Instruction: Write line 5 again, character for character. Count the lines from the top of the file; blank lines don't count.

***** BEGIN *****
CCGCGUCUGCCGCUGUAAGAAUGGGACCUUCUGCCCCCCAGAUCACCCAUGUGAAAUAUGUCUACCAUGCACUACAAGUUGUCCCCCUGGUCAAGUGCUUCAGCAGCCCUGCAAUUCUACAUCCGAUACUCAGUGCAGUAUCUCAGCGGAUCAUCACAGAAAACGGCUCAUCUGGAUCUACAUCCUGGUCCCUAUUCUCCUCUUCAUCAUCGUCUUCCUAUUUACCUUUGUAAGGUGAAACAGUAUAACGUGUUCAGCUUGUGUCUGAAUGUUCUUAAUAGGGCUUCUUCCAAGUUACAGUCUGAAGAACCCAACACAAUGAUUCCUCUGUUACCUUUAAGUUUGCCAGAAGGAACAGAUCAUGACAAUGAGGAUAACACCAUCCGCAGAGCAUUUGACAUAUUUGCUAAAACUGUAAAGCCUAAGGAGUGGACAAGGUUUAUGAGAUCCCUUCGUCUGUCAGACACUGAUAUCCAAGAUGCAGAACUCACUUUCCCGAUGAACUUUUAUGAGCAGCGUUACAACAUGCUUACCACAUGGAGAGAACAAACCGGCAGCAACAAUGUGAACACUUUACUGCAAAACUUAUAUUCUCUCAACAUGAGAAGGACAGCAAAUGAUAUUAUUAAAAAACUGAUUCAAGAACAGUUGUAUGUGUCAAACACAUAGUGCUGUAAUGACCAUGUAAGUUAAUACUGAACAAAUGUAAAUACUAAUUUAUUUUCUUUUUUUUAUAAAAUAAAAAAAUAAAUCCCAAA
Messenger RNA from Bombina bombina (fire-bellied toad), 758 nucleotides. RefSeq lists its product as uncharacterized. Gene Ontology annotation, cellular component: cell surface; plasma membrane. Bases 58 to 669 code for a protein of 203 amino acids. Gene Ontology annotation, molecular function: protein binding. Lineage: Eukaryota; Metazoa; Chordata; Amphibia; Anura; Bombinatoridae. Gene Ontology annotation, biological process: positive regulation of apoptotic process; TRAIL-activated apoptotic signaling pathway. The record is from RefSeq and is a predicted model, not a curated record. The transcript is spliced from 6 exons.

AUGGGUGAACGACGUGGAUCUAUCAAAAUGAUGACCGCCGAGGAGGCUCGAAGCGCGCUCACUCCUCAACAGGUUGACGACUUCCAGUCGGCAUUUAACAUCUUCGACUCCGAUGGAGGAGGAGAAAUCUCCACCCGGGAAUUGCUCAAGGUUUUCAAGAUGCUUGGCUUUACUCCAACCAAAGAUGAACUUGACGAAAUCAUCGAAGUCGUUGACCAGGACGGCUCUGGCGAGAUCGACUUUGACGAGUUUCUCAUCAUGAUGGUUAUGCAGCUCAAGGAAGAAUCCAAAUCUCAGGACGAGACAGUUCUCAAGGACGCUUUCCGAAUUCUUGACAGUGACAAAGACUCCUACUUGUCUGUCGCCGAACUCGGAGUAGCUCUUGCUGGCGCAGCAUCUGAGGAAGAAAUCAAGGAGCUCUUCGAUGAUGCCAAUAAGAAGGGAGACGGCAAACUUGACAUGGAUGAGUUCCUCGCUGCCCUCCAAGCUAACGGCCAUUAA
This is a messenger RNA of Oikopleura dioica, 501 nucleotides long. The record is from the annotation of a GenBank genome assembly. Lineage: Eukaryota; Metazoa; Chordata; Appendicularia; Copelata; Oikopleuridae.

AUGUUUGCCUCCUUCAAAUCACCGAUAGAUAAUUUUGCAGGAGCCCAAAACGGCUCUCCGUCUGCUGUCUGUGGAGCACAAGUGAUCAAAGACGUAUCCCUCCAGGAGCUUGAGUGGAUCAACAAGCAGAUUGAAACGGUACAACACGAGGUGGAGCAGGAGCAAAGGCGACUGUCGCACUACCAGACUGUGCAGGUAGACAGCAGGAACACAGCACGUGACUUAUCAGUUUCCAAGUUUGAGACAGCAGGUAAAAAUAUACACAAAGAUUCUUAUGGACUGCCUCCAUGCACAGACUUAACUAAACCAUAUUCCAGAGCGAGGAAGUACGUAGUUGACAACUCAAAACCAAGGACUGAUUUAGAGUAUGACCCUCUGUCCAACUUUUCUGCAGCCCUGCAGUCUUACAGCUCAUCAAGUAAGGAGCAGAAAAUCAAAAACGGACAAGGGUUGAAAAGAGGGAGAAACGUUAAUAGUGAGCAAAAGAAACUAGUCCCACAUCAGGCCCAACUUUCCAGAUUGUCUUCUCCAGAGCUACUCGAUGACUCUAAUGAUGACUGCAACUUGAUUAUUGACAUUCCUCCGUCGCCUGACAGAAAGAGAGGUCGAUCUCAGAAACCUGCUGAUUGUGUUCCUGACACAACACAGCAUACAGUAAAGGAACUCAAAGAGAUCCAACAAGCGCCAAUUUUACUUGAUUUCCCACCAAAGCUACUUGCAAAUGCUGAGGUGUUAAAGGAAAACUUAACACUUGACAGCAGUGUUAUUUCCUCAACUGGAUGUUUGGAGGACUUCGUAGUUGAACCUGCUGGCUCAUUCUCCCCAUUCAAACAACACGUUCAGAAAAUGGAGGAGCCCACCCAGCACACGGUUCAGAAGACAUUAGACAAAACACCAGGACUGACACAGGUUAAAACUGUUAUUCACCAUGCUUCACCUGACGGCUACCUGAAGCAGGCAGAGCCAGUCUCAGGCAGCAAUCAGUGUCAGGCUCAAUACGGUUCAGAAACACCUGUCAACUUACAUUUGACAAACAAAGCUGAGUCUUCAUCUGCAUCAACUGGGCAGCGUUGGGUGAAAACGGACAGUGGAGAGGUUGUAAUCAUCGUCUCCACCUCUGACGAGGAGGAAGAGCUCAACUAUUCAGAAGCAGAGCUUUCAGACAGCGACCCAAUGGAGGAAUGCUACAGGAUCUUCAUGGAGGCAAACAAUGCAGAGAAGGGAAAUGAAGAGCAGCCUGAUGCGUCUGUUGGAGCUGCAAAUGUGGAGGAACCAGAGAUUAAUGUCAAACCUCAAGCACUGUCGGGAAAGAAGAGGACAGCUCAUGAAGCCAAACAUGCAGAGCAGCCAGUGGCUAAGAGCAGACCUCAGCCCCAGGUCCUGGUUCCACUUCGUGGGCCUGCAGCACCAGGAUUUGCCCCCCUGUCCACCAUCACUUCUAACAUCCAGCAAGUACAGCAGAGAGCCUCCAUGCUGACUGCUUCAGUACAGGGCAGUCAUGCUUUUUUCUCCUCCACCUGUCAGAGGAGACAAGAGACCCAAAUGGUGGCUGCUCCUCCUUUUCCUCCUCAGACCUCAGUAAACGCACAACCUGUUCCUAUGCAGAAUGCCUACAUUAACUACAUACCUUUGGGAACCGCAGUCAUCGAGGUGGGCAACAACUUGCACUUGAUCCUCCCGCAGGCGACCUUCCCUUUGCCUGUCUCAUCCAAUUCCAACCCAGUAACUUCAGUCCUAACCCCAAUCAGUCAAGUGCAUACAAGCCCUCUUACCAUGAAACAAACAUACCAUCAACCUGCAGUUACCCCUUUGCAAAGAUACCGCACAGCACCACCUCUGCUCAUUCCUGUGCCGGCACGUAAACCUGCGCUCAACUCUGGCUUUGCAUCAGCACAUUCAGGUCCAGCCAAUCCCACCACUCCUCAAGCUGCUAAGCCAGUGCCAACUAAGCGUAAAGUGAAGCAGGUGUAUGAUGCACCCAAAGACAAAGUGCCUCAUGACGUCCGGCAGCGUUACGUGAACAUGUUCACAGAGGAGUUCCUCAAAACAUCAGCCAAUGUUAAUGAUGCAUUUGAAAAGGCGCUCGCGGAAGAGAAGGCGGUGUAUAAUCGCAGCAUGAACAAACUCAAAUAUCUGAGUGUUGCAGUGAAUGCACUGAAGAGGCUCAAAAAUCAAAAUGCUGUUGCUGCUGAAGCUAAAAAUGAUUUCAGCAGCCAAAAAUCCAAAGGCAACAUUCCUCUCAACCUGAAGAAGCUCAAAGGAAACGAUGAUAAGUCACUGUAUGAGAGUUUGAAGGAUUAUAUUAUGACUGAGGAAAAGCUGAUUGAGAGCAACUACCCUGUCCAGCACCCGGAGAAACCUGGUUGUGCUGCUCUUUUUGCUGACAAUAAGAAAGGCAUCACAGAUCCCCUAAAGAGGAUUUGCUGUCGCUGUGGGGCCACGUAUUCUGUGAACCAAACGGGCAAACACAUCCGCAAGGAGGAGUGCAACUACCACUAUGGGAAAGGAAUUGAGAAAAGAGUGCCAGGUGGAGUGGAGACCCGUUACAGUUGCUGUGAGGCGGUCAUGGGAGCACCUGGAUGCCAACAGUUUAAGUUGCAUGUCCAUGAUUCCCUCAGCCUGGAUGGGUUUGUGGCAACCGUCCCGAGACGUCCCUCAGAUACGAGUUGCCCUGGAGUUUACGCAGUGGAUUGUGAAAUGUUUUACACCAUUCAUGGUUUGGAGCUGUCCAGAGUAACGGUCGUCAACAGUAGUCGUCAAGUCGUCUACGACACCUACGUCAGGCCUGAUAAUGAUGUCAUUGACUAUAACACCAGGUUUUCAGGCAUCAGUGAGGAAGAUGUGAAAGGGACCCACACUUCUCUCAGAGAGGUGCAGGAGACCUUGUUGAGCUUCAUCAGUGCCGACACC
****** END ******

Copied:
AUGUUUGCCUCCUUCAAAUCACCGAUAGAUAAUUUUGCAGGAGCCCAAAACGGCUCUCCGUCUGCUGUCUGUGGAGCACAAGUGAUCAAAGACGUAUCCCUCCAGGAGCUUGAGUGGAUCAACAAGCAGAUUGAAACGGUACAACACGAGGUGGAGCAGGAGCAAAGGCGACUGUCGCACUACCAGACUGUGCAGGUAGACAGCAGGAACACAGCACGUGACUUAUCAGUUUCCAAGUUUGAGACAGCAGGUAAAAAUAUACACAAAGAUUCUUAUGGACUGCCUCCAUGCACAGACUUAACUAAACCAUAUUCCAGAGCGAGGAAGUACGUAGUUGACAACUCAAAACCAAGGACUGAUUUAGAGUAUGACCCUCUGUCCAACUUUUCUGCAGCCCUGCAGUCUUACAGCUCAUCAAGUAAGGAGCAGAAAAUCAAAAACGGACAAGGGUUGAAAAGAGGGAGAAACGUUAAUAGUGAGCAAAAGAAACUAGUCCCACAUCAGGCCCAACUUUCCAGAUUGUCUUCUCCAGAGCUACUCGAUGACUCUAAUGAUGACUGCAACUUGAUUAUUGACAUUCCUCCGUCGCCUGACAGAAAGAGAGGUCGAUCUCAGAAACCUGCUGAUUGUGUUCCUGACACAACACAGCAUACAGUAAAGGAACUCAAAGAGAUCCAACAAGCGCCAAUUUUACUUGAUUUCCCACCAAAGCUACUUGCAAAUGCUGAGGUGUUAAAGGAAAACUUAACACUUGACAGCAGUGUUAUUUCCUCAACUGGAUGUUUGGAGGACUUCGUAGUUGAACCUGCUGGCUCAUUCUCCCCAUUCAAACAACACGUUCAGAAAAUGGAGGAGCCCACCCAGCACACGGUUCAGAAGACAUUAGACAAAACACCAGGACUGACACAGGUUAAAACUGUUAUUCACCAUGCUUCACCUGACGGCUACCUGAAGCAGGCAGAGCCAGUCUCAGGCAGCAAUCAGUGUCAGGCUCAAUACGGUUCAGAAACACCUGUCAACUUACAUUUGACAAACAAAGCUGAGUCUUCAUCUGCAUCAACUGGGCAGCGUUGGGUGAAAACGGACAGUGGAGAGGUUGUAAUCAUCGUCUCCACCUCUGACGAGGAGGAAGAGCUCAACUAUUCAGAAGCAGAGCUUUCAGACAGCGACCCAAUGGAGGAAUGCUACAGGAUCUUCAUGGAGGCAAACAAUGCAGAGAAGGGAAAUGAAGAGCAGCCUGAUGCGUCUGUUGGAGCUGCAAAUGUGGAGGAACCAGAGAUUAAUGUCAAACCUCAAGCACUGUCGGGAAAGAAGAGGACAGCUCAUGAAGCCAAACAUGCAGAGCAGCCAGUGGCUAAGAGCAGACCUCAGCCCCAGGUCCUGGUUCCACUUCGUGGGCCUGCAGCACCAGGAUUUGCCCCCCUGUCCACCAUCACUUCUAACAUCCAGCAAGUACAGCAGAGAGCCUCCAUGCUGACUGCUUCAGUACAGGGCAGUCAUGCUUUUUUCUCCUCCACCUGUCAGAGGAGACAAGAGACCCAAAUGGUGGCUGCUCCUCCUUUUCCUCCUCAGACCUCAGUAAACGCACAACCUGUUCCUAUGCAGAAUGCCUACAUUAACUACAUACCUUUGGGAACCGCAGUCAUCGAGGUGGGCAACAACUUGCACUUGAUCCUCCCGCAGGCGACCUUCCCUUUGCCUGUCUCAUCCAAUUCCAACCCAGUAACUUCAGUCCUAACCCCAAUCAGUCAAGUGCAUACAAGCCCUCUUACCAUGAAACAAACAUACCAUCAACCUGCAGUUACCCCUUUGCAAAGAUACCGCACAGCACCACCUCUGCUCAUUCCUGUGCCGGCACGUAAACCUGCGCUCAACUCUGGCUUUGCAUCAGCACAUUCAGGUCCAGCCAAUCCCACCACUCCUCAAGCUGCUAAGCCAGUGCCAACUAAGCGUAAAGUGAAGCAGGUGUAUGAUGCACCCAAAGACAAAGUGCCUCAUGACGUCCGGCAGCGUUACGUGAACAUGUUCACAGAGGAGUUCCUCAAAACAUCAGCCAAUGUUAAUGAUGCAUUUGAAAAGGCGCUCGCGGAAGAGAAGGCGGUGUAUAAUCGCAGCAUGAACAAACUCAAAUAUCUGAGUGUUGCAGUGAAUGCACUGAAGAGGCUCAAAAAUCAAAAUGCUGUUGCUGCUGAAGCUAAAAAUGAUUUCAGCAGCCAAAAAUCCAAAGGCAACAUUCCUCUCAACCUGAAGAAGCUCAAAGGAAACGAUGAUAAGUCACUGUAUGAGAGUUUGAAGGAUUAUAUUAUGACUGAGGAAAAGCUGAUUGAGAGCAACUACCCUGUCCAGCACCCGGAGAAACCUGGUUGUGCUGCUCUUUUUGCUGACAAUAAGAAAGGCAUCACAGAUCCCCUAAAGAGGAUUUGCUGUCGCUGUGGGGCCACGUAUUCUGUGAACCAAACGGGCAAACACAUCCGCAAGGAGGAGUGCAACUACCACUAUGGGAAAGGAAUUGAGAAAAGAGUGCCAGGUGGAGUGGAGACCCGUUACAGUUGCUGUGAGGCGGUCAUGGGAGCACCUGGAUGCCAACAGUUUAAGUUGCAUGUCCAUGAUUCCCUCAGCCUGGAUGGGUUUGUGGCAACCGUCCCGAGACGUCCCUCAGAUACGAGUUGCCCUGGAGUUUACGCAGUGGAUUGUGAAAUGUUUUACACCAUUCAUGGUUUGGAGCUGUCCAGAGUAACGGUCGUCAACAGUAGUCGUCAAGUCGUCUACGACACCUACGUCAGGCCUGAUAAUGAUGUCAUUGACUAUAACACCAGGUUUUCAGGCAUCAGUGAGGAAGAUGUGAAAGGGACCCACACUUCUCUCAGAGAGGUGCAGGAGACCUUGUUGAGCUUCAUCAGUGCCGACACC